Online teacher communication is essential to a successful online course. Make a copy of the podcast transcript to follow along.
Why does Online Communication Matter?
Teachers know how to communicate with students. We have used some techniques for years, decades, and collectively for centuries. However, online communication differs from face-to-face and even blended learning. Online and blended teachers communicate differently with students; blended teachers still rely on face-to-face communications largely (Brodersen & Melluzo, 2017; Pulham et al., 2018). One of the challenges in changing to online teaching is structuring an online communication strategy and sticking to it. Effective online communication can be especially challenging for teachers doing any teaching in addition to online teaching.
In online classes, weeks three and four are when enough data is available to see who needs intervention. Most research for completely online learning is in higher education, but the estimation is “10-20% of students exhibit patterns of absence or disengagement” (Johnson, 2013).
There are specific strategies teachers can use to maintain positive communications for all students and to reintegrate those who may have started to disengage.
How can a Teacher Re-engage Students?
Weeks three-four are critical to establishing your awareness of any non-productive student work habits. Students who are at-risk due to participation require a personalized message to both the student and their parent(s) so that all interested parties can help the student. As you increase your presence in class, these behaviors diminish (Johnson, 2013).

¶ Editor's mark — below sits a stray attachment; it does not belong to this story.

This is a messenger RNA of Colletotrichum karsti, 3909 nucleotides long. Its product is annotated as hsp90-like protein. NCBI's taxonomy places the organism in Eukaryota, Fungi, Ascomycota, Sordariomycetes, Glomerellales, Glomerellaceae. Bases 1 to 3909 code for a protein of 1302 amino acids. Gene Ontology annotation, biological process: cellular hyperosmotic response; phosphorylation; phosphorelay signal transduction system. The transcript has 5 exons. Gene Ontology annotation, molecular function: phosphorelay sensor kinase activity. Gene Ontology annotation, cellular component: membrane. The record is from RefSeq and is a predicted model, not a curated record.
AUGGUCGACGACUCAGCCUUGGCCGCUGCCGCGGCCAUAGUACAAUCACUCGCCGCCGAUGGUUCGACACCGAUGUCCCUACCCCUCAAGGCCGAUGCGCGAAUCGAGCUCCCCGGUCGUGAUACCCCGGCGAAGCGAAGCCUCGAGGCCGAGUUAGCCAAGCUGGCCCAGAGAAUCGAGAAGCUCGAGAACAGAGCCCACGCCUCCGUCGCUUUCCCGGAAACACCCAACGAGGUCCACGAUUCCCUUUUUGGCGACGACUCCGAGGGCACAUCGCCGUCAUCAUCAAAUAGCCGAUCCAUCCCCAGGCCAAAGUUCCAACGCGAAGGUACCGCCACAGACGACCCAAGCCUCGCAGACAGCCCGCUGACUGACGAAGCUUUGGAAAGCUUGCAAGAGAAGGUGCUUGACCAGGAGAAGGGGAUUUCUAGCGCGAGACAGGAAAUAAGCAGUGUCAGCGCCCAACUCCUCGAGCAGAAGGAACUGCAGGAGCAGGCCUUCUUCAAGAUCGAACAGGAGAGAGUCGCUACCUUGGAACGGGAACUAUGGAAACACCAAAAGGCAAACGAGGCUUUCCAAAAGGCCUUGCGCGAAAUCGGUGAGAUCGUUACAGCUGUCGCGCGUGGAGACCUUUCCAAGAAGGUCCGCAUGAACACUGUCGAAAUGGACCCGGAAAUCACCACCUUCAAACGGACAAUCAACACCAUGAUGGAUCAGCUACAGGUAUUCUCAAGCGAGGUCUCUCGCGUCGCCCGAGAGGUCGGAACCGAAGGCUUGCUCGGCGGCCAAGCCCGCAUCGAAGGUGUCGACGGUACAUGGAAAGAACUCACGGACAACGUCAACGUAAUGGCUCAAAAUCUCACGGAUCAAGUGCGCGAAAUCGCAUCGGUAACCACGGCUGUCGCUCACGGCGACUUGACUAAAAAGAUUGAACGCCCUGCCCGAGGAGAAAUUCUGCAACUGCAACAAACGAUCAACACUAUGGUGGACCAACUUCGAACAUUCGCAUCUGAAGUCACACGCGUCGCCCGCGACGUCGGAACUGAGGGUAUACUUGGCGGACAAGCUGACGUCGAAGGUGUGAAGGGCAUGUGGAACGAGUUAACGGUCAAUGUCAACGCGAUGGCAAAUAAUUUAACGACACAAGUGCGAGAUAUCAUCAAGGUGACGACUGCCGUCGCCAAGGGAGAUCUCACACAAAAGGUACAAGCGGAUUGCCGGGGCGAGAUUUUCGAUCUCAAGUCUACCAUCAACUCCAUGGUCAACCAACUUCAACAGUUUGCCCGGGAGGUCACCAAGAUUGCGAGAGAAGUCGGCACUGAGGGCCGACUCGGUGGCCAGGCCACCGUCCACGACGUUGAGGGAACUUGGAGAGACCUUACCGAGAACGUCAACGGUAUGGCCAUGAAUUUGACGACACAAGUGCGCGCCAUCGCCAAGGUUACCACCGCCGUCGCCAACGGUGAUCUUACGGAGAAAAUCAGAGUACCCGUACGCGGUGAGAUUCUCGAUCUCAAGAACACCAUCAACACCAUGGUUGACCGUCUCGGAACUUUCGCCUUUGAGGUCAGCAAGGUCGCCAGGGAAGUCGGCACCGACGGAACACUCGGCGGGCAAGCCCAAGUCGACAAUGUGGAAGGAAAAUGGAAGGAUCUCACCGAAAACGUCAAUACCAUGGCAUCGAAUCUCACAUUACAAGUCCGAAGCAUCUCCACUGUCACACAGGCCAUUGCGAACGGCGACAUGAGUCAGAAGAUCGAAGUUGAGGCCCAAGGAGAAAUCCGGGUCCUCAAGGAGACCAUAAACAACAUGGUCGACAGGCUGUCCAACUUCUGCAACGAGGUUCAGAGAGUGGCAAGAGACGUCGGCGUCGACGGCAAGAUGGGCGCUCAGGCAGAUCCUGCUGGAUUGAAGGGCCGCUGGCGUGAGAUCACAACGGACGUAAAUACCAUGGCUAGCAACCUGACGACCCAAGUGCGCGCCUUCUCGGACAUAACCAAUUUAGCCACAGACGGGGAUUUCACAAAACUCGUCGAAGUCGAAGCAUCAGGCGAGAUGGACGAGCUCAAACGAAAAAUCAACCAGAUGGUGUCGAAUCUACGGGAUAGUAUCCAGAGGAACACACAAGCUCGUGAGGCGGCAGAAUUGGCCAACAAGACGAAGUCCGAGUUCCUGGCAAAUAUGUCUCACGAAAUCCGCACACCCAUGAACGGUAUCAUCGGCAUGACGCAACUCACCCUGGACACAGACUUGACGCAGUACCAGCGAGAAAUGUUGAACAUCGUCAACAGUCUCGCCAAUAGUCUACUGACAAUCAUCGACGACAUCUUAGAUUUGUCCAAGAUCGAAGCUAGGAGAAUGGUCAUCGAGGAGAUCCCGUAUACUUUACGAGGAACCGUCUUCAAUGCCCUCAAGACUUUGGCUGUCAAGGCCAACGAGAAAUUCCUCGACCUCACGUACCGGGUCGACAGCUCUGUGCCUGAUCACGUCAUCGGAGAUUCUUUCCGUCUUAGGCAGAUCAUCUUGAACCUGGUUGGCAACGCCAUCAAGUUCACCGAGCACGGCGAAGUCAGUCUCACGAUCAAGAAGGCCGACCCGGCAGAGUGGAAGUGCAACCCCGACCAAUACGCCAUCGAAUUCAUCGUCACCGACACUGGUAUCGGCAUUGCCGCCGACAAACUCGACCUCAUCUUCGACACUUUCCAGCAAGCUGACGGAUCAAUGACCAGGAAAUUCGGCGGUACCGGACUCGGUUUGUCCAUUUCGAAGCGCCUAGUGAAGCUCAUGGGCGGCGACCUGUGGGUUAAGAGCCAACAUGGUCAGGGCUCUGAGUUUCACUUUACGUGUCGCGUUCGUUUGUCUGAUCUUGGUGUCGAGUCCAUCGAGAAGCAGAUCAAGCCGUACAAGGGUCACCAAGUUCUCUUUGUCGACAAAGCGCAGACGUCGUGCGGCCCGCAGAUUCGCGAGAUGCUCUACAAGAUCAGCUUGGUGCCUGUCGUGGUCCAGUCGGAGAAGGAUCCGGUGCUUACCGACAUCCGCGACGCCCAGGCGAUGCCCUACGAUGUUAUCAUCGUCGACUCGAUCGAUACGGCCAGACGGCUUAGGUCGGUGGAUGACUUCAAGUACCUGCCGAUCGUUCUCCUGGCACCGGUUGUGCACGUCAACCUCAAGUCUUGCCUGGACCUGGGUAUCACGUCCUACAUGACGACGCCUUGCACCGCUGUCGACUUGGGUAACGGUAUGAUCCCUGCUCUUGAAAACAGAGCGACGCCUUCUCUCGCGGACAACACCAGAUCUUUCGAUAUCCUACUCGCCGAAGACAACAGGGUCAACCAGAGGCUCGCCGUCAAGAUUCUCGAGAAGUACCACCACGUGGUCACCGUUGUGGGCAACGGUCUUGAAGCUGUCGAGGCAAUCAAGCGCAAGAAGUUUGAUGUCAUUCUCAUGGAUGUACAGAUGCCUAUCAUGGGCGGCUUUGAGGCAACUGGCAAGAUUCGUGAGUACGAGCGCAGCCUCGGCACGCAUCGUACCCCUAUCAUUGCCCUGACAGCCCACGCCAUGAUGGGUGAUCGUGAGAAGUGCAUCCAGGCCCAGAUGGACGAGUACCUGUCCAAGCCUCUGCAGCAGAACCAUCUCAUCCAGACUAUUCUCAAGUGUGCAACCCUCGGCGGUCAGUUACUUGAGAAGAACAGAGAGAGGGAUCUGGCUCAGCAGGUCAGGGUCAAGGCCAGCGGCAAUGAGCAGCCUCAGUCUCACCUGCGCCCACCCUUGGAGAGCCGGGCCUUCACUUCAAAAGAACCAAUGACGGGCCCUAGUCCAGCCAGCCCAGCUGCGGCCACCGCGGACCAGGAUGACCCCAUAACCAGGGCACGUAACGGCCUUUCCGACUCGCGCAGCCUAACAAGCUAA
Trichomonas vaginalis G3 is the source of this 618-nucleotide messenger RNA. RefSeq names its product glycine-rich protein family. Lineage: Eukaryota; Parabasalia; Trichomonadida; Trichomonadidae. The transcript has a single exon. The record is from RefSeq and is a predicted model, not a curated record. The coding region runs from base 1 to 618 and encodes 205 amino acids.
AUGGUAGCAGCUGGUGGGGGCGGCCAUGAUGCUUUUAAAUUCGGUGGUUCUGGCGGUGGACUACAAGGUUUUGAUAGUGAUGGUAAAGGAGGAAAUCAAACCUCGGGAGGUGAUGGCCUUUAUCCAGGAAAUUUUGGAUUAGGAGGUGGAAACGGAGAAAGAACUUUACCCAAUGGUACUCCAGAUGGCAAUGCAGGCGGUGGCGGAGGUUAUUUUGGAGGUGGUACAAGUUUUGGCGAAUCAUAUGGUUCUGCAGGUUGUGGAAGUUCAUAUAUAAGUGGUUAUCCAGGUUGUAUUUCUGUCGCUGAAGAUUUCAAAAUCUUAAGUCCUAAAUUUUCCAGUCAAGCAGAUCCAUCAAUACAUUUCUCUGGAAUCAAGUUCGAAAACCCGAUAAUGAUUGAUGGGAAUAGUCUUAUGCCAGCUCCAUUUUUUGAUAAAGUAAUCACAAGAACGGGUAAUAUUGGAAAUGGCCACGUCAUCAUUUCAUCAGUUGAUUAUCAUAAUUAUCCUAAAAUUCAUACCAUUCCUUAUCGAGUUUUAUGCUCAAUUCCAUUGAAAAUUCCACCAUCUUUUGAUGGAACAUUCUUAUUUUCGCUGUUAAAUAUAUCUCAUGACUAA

Work with other virtual teachers at your school to create some template emails that acknowledge the absence of presence online, absence of submitted work, absence of participation, etc. Families will likely receive this feedback from multiple teachers at your school, so it is best to be in line with other virtual teachers at your school and have similar expectations for work recovery.
Often when students are aware that the instructor can see their online activity or lack of activity, they work harder. Here are some things to look for in your Canvas courses:
Students who have not logged in; In Canvas, under People you would see no time. In Canvas, under New Analytics, you can see what the student is doing in the class.
Patterns of not submitting; In Canvas, under Grades
Patterns of retaking quizzes rapidly (are they reading the questions? Are they trying to answer correctly?); In Canvas, under Grades, under SpeedGrader.
Low grades on submitted work; In Canvas, under Grades
Brodersen R. M. & Melluzo, D. (2017). Summary of research on online and blended learning programs that offer differentiated learning options (REL 2017-228). https://ies.ed.gov/ncee/edlabs/
Johnson, Aaron. (2013) Excellent Online Teaching: Effective Strategies for a Successful Semester Online.
Pulham, E. B., Graham, C. R., & Short, C. R. (2018). Generic vs. Modality-Specific Competencies for K-12 Online and Blended Teaching. Journal of Online Learning Research, 4(1), 33–52. https://files.eric.ed.gov/fulltext/EJ1174455.pdf